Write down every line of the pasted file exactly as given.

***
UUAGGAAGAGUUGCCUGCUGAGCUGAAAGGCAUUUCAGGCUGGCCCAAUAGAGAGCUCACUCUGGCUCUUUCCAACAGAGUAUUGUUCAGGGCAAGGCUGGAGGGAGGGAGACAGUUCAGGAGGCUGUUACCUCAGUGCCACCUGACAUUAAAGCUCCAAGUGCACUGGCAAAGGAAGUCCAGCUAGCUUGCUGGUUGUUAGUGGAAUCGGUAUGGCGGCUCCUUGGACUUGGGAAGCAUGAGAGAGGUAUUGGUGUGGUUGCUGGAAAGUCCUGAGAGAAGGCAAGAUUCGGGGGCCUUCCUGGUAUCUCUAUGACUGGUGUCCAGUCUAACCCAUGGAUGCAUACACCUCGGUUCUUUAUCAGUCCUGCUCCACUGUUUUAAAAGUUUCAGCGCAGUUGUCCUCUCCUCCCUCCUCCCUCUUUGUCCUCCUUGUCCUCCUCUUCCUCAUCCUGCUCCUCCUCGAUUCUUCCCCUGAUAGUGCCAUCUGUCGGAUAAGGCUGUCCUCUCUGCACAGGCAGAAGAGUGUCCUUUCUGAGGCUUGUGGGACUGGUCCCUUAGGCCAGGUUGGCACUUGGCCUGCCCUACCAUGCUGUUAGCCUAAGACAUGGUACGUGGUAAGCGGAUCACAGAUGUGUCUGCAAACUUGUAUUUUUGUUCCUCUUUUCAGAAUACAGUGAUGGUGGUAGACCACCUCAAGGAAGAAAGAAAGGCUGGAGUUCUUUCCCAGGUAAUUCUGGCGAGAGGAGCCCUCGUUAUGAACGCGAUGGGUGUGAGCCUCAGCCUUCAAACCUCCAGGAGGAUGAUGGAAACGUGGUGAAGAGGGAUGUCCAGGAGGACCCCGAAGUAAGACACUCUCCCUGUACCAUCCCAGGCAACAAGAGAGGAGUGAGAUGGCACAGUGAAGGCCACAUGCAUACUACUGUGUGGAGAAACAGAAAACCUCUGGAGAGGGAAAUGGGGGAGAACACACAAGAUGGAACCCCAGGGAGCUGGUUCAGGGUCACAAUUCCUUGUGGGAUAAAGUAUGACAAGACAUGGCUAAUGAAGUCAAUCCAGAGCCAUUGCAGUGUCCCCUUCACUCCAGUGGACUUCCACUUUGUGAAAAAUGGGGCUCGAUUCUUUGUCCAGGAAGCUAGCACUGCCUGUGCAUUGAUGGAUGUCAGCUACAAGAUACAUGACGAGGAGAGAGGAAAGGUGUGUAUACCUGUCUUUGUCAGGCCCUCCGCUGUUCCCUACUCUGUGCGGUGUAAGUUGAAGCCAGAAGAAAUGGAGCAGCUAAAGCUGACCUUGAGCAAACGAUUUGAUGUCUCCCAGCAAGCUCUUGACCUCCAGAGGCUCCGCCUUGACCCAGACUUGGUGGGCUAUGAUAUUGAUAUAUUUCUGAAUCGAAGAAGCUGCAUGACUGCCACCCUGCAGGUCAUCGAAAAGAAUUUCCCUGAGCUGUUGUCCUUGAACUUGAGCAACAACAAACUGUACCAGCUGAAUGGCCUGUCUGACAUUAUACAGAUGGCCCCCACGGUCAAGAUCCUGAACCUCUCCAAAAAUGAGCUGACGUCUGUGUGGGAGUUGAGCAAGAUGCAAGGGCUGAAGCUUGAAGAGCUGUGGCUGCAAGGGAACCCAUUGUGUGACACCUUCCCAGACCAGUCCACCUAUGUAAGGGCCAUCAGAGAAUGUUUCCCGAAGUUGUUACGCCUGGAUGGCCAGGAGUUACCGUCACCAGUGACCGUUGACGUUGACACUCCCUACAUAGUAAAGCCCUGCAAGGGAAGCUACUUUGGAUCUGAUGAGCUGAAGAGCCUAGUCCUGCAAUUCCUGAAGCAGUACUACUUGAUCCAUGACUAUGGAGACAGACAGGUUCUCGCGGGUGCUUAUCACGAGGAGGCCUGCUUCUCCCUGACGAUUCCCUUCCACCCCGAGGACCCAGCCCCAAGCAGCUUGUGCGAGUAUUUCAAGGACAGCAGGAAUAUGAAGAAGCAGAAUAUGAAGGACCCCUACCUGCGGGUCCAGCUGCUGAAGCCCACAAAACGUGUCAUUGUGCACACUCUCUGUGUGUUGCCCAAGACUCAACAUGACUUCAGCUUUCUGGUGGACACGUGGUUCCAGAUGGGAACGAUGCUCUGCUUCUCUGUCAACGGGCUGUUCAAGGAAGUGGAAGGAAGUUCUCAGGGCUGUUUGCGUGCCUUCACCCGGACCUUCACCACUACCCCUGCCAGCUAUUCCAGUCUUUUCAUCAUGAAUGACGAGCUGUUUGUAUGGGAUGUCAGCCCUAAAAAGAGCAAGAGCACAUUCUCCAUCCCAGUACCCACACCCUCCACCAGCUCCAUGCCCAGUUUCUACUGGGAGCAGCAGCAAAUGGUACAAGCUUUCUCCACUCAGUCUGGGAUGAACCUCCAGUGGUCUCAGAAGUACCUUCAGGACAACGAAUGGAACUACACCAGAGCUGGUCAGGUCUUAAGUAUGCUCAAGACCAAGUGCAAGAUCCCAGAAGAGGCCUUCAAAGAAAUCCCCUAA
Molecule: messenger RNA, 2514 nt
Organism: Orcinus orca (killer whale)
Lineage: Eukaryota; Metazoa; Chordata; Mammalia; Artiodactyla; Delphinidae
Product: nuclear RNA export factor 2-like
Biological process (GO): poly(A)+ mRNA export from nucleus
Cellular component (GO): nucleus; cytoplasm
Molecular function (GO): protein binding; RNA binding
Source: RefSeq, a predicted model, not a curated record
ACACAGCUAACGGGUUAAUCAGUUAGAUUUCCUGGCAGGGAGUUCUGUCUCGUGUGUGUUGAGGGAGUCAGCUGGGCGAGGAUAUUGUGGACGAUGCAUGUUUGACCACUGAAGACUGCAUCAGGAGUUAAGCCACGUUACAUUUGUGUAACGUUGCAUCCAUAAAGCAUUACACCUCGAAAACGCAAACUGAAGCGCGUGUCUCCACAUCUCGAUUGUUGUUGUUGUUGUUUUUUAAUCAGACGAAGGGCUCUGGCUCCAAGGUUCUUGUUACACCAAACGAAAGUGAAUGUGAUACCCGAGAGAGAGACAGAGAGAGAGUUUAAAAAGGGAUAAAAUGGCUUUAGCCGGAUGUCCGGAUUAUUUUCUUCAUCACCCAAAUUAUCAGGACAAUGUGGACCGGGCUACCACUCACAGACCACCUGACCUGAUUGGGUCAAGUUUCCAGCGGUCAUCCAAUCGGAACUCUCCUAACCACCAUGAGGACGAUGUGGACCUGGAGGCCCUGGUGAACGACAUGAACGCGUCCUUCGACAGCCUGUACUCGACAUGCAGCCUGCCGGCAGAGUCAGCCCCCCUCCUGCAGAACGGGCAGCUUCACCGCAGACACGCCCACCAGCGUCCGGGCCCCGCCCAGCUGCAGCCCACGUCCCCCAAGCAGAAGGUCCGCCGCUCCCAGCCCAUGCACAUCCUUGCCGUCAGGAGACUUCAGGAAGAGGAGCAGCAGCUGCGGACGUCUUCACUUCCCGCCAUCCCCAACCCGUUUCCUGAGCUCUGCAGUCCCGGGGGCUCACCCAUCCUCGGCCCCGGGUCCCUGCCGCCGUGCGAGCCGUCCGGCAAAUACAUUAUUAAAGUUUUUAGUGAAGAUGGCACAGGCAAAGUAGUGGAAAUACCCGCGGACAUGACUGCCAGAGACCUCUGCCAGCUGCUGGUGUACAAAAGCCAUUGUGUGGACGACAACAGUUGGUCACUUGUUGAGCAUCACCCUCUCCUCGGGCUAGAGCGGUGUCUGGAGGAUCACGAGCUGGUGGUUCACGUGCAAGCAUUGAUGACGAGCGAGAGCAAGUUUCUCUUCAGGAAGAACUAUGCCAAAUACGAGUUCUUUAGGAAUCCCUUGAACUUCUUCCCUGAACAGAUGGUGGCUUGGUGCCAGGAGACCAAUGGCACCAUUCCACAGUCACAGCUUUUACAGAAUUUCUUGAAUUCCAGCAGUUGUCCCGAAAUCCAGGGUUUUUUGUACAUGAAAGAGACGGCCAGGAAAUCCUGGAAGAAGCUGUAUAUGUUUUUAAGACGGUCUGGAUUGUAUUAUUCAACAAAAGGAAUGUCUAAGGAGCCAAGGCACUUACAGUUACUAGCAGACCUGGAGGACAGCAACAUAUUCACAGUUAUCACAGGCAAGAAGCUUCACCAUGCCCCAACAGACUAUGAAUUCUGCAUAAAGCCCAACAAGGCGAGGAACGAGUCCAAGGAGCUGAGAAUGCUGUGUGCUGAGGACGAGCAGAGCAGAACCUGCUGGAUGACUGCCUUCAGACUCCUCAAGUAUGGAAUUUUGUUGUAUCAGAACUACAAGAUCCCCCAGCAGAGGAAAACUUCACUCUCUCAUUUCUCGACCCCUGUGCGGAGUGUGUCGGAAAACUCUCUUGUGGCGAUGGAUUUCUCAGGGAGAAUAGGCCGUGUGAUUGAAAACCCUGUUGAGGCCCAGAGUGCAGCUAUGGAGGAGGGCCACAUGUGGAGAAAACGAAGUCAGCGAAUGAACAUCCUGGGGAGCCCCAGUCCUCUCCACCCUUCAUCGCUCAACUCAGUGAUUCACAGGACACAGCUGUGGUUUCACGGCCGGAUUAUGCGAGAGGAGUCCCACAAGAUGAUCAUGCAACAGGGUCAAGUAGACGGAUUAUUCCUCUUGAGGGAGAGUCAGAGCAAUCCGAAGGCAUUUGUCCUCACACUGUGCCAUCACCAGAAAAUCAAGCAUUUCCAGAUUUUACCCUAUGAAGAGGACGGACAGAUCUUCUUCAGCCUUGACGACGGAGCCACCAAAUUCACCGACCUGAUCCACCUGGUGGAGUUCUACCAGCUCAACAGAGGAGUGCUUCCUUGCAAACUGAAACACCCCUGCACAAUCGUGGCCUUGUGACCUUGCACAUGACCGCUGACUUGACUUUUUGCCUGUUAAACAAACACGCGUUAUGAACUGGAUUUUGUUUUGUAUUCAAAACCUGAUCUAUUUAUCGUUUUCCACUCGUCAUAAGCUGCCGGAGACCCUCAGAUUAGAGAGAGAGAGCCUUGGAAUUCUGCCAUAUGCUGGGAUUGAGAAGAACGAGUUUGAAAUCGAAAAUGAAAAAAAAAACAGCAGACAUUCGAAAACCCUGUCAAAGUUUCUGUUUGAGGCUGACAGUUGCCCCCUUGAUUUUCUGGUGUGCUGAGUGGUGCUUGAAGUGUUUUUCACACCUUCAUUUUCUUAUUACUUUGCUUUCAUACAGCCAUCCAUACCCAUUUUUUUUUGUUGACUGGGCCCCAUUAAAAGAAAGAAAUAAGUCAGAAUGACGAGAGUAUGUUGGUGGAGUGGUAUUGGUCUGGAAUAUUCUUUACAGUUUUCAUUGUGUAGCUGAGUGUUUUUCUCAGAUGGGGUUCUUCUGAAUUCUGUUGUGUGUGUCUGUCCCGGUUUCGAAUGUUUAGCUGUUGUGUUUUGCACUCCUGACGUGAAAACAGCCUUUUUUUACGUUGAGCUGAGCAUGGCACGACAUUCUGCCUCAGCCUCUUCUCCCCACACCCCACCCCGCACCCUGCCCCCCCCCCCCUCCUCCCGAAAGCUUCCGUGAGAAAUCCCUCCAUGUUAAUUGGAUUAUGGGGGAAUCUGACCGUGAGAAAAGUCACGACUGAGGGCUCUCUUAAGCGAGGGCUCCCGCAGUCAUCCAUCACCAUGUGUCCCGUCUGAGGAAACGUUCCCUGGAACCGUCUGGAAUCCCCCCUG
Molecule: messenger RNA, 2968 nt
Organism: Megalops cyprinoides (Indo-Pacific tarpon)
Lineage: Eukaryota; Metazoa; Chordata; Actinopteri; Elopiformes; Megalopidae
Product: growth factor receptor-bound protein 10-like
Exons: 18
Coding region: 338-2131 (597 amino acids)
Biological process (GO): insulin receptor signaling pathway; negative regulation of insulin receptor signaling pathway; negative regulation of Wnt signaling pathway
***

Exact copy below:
UUAGGAAGAGUUGCCUGCUGAGCUGAAAGGCAUUUCAGGCUGGCCCAAUAGAGAGCUCACUCUGGCUCUUUCCAACAGAGUAUUGUUCAGGGCAAGGCUGGAGGGAGGGAGACAGUUCAGGAGGCUGUUACCUCAGUGCCACCUGACAUUAAAGCUCCAAGUGCACUGGCAAAGGAAGUCCAGCUAGCUUGCUGGUUGUUAGUGGAAUCGGUAUGGCGGCUCCUUGGACUUGGGAAGCAUGAGAGAGGUAUUGGUGUGGUUGCUGGAAAGUCCUGAGAGAAGGCAAGAUUCGGGGGCCUUCCUGGUAUCUCUAUGACUGGUGUCCAGUCUAACCCAUGGAUGCAUACACCUCGGUUCUUUAUCAGUCCUGCUCCACUGUUUUAAAAGUUUCAGCGCAGUUGUCCUCUCCUCCCUCCUCCCUCUUUGUCCUCCUUGUCCUCCUCUUCCUCAUCCUGCUCCUCCUCGAUUCUUCCCCUGAUAGUGCCAUCUGUCGGAUAAGGCUGUCCUCUCUGCACAGGCAGAAGAGUGUCCUUUCUGAGGCUUGUGGGACUGGUCCCUUAGGCCAGGUUGGCACUUGGCCUGCCCUACCAUGCUGUUAGCCUAAGACAUGGUACGUGGUAAGCGGAUCACAGAUGUGUCUGCAAACUUGUAUUUUUGUUCCUCUUUUCAGAAUACAGUGAUGGUGGUAGACCACCUCAAGGAAGAAAGAAAGGCUGGAGUUCUUUCCCAGGUAAUUCUGGCGAGAGGAGCCCUCGUUAUGAACGCGAUGGGUGUGAGCCUCAGCCUUCAAACCUCCAGGAGGAUGAUGGAAACGUGGUGAAGAGGGAUGUCCAGGAGGACCCCGAAGUAAGACACUCUCCCUGUACCAUCCCAGGCAACAAGAGAGGAGUGAGAUGGCACAGUGAAGGCCACAUGCAUACUACUGUGUGGAGAAACAGAAAACCUCUGGAGAGGGAAAUGGGGGAGAACACACAAGAUGGAACCCCAGGGAGCUGGUUCAGGGUCACAAUUCCUUGUGGGAUAAAGUAUGACAAGACAUGGCUAAUGAAGUCAAUCCAGAGCCAUUGCAGUGUCCCCUUCACUCCAGUGGACUUCCACUUUGUGAAAAAUGGGGCUCGAUUCUUUGUCCAGGAAGCUAGCACUGCCUGUGCAUUGAUGGAUGUCAGCUACAAGAUACAUGACGAGGAGAGAGGAAAGGUGUGUAUACCUGUCUUUGUCAGGCCCUCCGCUGUUCCCUACUCUGUGCGGUGUAAGUUGAAGCCAGAAGAAAUGGAGCAGCUAAAGCUGACCUUGAGCAAACGAUUUGAUGUCUCCCAGCAAGCUCUUGACCUCCAGAGGCUCCGCCUUGACCCAGACUUGGUGGGCUAUGAUAUUGAUAUAUUUCUGAAUCGAAGAAGCUGCAUGACUGCCACCCUGCAGGUCAUCGAAAAGAAUUUCCCUGAGCUGUUGUCCUUGAACUUGAGCAACAACAAACUGUACCAGCUGAAUGGCCUGUCUGACAUUAUACAGAUGGCCCCCACGGUCAAGAUCCUGAACCUCUCCAAAAAUGAGCUGACGUCUGUGUGGGAGUUGAGCAAGAUGCAAGGGCUGAAGCUUGAAGAGCUGUGGCUGCAAGGGAACCCAUUGUGUGACACCUUCCCAGACCAGUCCACCUAUGUAAGGGCCAUCAGAGAAUGUUUCCCGAAGUUGUUACGCCUGGAUGGCCAGGAGUUACCGUCACCAGUGACCGUUGACGUUGACACUCCCUACAUAGUAAAGCCCUGCAAGGGAAGCUACUUUGGAUCUGAUGAGCUGAAGAGCCUAGUCCUGCAAUUCCUGAAGCAGUACUACUUGAUCCAUGACUAUGGAGACAGACAGGUUCUCGCGGGUGCUUAUCACGAGGAGGCCUGCUUCUCCCUGACGAUUCCCUUCCACCCCGAGGACCCAGCCCCAAGCAGCUUGUGCGAGUAUUUCAAGGACAGCAGGAAUAUGAAGAAGCAGAAUAUGAAGGACCCCUACCUGCGGGUCCAGCUGCUGAAGCCCACAAAACGUGUCAUUGUGCACACUCUCUGUGUGUUGCCCAAGACUCAACAUGACUUCAGCUUUCUGGUGGACACGUGGUUCCAGAUGGGAACGAUGCUCUGCUUCUCUGUCAACGGGCUGUUCAAGGAAGUGGAAGGAAGUUCUCAGGGCUGUUUGCGUGCCUUCACCCGGACCUUCACCACUACCCCUGCCAGCUAUUCCAGUCUUUUCAUCAUGAAUGACGAGCUGUUUGUAUGGGAUGUCAGCCCUAAAAAGAGCAAGAGCACAUUCUCCAUCCCAGUACCCACACCCUCCACCAGCUCCAUGCCCAGUUUCUACUGGGAGCAGCAGCAAAUGGUACAAGCUUUCUCCACUCAGUCUGGGAUGAACCUCCAGUGGUCUCAGAAGUACCUUCAGGACAACGAAUGGAACUACACCAGAGCUGGUCAGGUCUUAAGUAUGCUCAAGACCAAGUGCAAGAUCCCAGAAGAGGCCUUCAAAGAAAUCCCCUAA
Molecule: messenger RNA, 2514 nt
Organism: Orcinus orca (killer whale)
Lineage: Eukaryota; Metazoa; Chordata; Mammalia; Artiodactyla; Delphinidae
Product: nuclear RNA export factor 2-like
Biological process (GO): poly(A)+ mRNA export from nucleus
Cellular component (GO): nucleus; cytoplasm
Molecular function (GO): protein binding; RNA binding
Source: RefSeq, a predicted model, not a curated record
ACACAGCUAACGGGUUAAUCAGUUAGAUUUCCUGGCAGGGAGUUCUGUCUCGUGUGUGUUGAGGGAGUCAGCUGGGCGAGGAUAUUGUGGACGAUGCAUGUUUGACCACUGAAGACUGCAUCAGGAGUUAAGCCACGUUACAUUUGUGUAACGUUGCAUCCAUAAAGCAUUACACCUCGAAAACGCAAACUGAAGCGCGUGUCUCCACAUCUCGAUUGUUGUUGUUGUUGUUUUUUAAUCAGACGAAGGGCUCUGGCUCCAAGGUUCUUGUUACACCAAACGAAAGUGAAUGUGAUACCCGAGAGAGAGACAGAGAGAGAGUUUAAAAAGGGAUAAAAUGGCUUUAGCCGGAUGUCCGGAUUAUUUUCUUCAUCACCCAAAUUAUCAGGACAAUGUGGACCGGGCUACCACUCACAGACCACCUGACCUGAUUGGGUCAAGUUUCCAGCGGUCAUCCAAUCGGAACUCUCCUAACCACCAUGAGGACGAUGUGGACCUGGAGGCCCUGGUGAACGACAUGAACGCGUCCUUCGACAGCCUGUACUCGACAUGCAGCCUGCCGGCAGAGUCAGCCCCCCUCCUGCAGAACGGGCAGCUUCACCGCAGACACGCCCACCAGCGUCCGGGCCCCGCCCAGCUGCAGCCCACGUCCCCCAAGCAGAAGGUCCGCCGCUCCCAGCCCAUGCACAUCCUUGCCGUCAGGAGACUUCAGGAAGAGGAGCAGCAGCUGCGGACGUCUUCACUUCCCGCCAUCCCCAACCCGUUUCCUGAGCUCUGCAGUCCCGGGGGCUCACCCAUCCUCGGCCCCGGGUCCCUGCCGCCGUGCGAGCCGUCCGGCAAAUACAUUAUUAAAGUUUUUAGUGAAGAUGGCACAGGCAAAGUAGUGGAAAUACCCGCGGACAUGACUGCCAGAGACCUCUGCCAGCUGCUGGUGUACAAAAGCCAUUGUGUGGACGACAACAGUUGGUCACUUGUUGAGCAUCACCCUCUCCUCGGGCUAGAGCGGUGUCUGGAGGAUCACGAGCUGGUGGUUCACGUGCAAGCAUUGAUGACGAGCGAGAGCAAGUUUCUCUUCAGGAAGAACUAUGCCAAAUACGAGUUCUUUAGGAAUCCCUUGAACUUCUUCCCUGAACAGAUGGUGGCUUGGUGCCAGGAGACCAAUGGCACCAUUCCACAGUCACAGCUUUUACAGAAUUUCUUGAAUUCCAGCAGUUGUCCCGAAAUCCAGGGUUUUUUGUACAUGAAAGAGACGGCCAGGAAAUCCUGGAAGAAGCUGUAUAUGUUUUUAAGACGGUCUGGAUUGUAUUAUUCAACAAAAGGAAUGUCUAAGGAGCCAAGGCACUUACAGUUACUAGCAGACCUGGAGGACAGCAACAUAUUCACAGUUAUCACAGGCAAGAAGCUUCACCAUGCCCCAACAGACUAUGAAUUCUGCAUAAAGCCCAACAAGGCGAGGAACGAGUCCAAGGAGCUGAGAAUGCUGUGUGCUGAGGACGAGCAGAGCAGAACCUGCUGGAUGACUGCCUUCAGACUCCUCAAGUAUGGAAUUUUGUUGUAUCAGAACUACAAGAUCCCCCAGCAGAGGAAAACUUCACUCUCUCAUUUCUCGACCCCUGUGCGGAGUGUGUCGGAAAACUCUCUUGUGGCGAUGGAUUUCUCAGGGAGAAUAGGCCGUGUGAUUGAAAACCCUGUUGAGGCCCAGAGUGCAGCUAUGGAGGAGGGCCACAUGUGGAGAAAACGAAGUCAGCGAAUGAACAUCCUGGGGAGCCCCAGUCCUCUCCACCCUUCAUCGCUCAACUCAGUGAUUCACAGGACACAGCUGUGGUUUCACGGCCGGAUUAUGCGAGAGGAGUCCCACAAGAUGAUCAUGCAACAGGGUCAAGUAGACGGAUUAUUCCUCUUGAGGGAGAGUCAGAGCAAUCCGAAGGCAUUUGUCCUCACACUGUGCCAUCACCAGAAAAUCAAGCAUUUCCAGAUUUUACCCUAUGAAGAGGACGGACAGAUCUUCUUCAGCCUUGACGACGGAGCCACCAAAUUCACCGACCUGAUCCACCUGGUGGAGUUCUACCAGCUCAACAGAGGAGUGCUUCCUUGCAAACUGAAACACCCCUGCACAAUCGUGGCCUUGUGACCUUGCACAUGACCGCUGACUUGACUUUUUGCCUGUUAAACAAACACGCGUUAUGAACUGGAUUUUGUUUUGUAUUCAAAACCUGAUCUAUUUAUCGUUUUCCACUCGUCAUAAGCUGCCGGAGACCCUCAGAUUAGAGAGAGAGAGCCUUGGAAUUCUGCCAUAUGCUGGGAUUGAGAAGAACGAGUUUGAAAUCGAAAAUGAAAAAAAAAACAGCAGACAUUCGAAAACCCUGUCAAAGUUUCUGUUUGAGGCUGACAGUUGCCCCCUUGAUUUUCUGGUGUGCUGAGUGGUGCUUGAAGUGUUUUUCACACCUUCAUUUUCUUAUUACUUUGCUUUCAUACAGCCAUCCAUACCCAUUUUUUUUUGUUGACUGGGCCCCAUUAAAAGAAAGAAAUAAGUCAGAAUGACGAGAGUAUGUUGGUGGAGUGGUAUUGGUCUGGAAUAUUCUUUACAGUUUUCAUUGUGUAGCUGAGUGUUUUUCUCAGAUGGGGUUCUUCUGAAUUCUGUUGUGUGUGUCUGUCCCGGUUUCGAAUGUUUAGCUGUUGUGUUUUGCACUCCUGACGUGAAAACAGCCUUUUUUUACGUUGAGCUGAGCAUGGCACGACAUUCUGCCUCAGCCUCUUCUCCCCACACCCCACCCCGCACCCUGCCCCCCCCCCCCUCCUCCCGAAAGCUUCCGUGAGAAAUCCCUCCAUGUUAAUUGGAUUAUGGGGGAAUCUGACCGUGAGAAAAGUCACGACUGAGGGCUCUCUUAAGCGAGGGCUCCCGCAGUCAUCCAUCACCAUGUGUCCCGUCUGAGGAAACGUUCCCUGGAACCGUCUGGAAUCCCCCCUG
Molecule: messenger RNA, 2968 nt
Organism: Megalops cyprinoides (Indo-Pacific tarpon)
Lineage: Eukaryota; Metazoa; Chordata; Actinopteri; Elopiformes; Megalopidae
Product: growth factor receptor-bound protein 10-like
Exons: 18
Coding region: 338-2131 (597 amino acids)
Biological process (GO): insulin receptor signaling pathway; negative regulation of insulin receptor signaling pathway; negative regulation of Wnt signaling pathway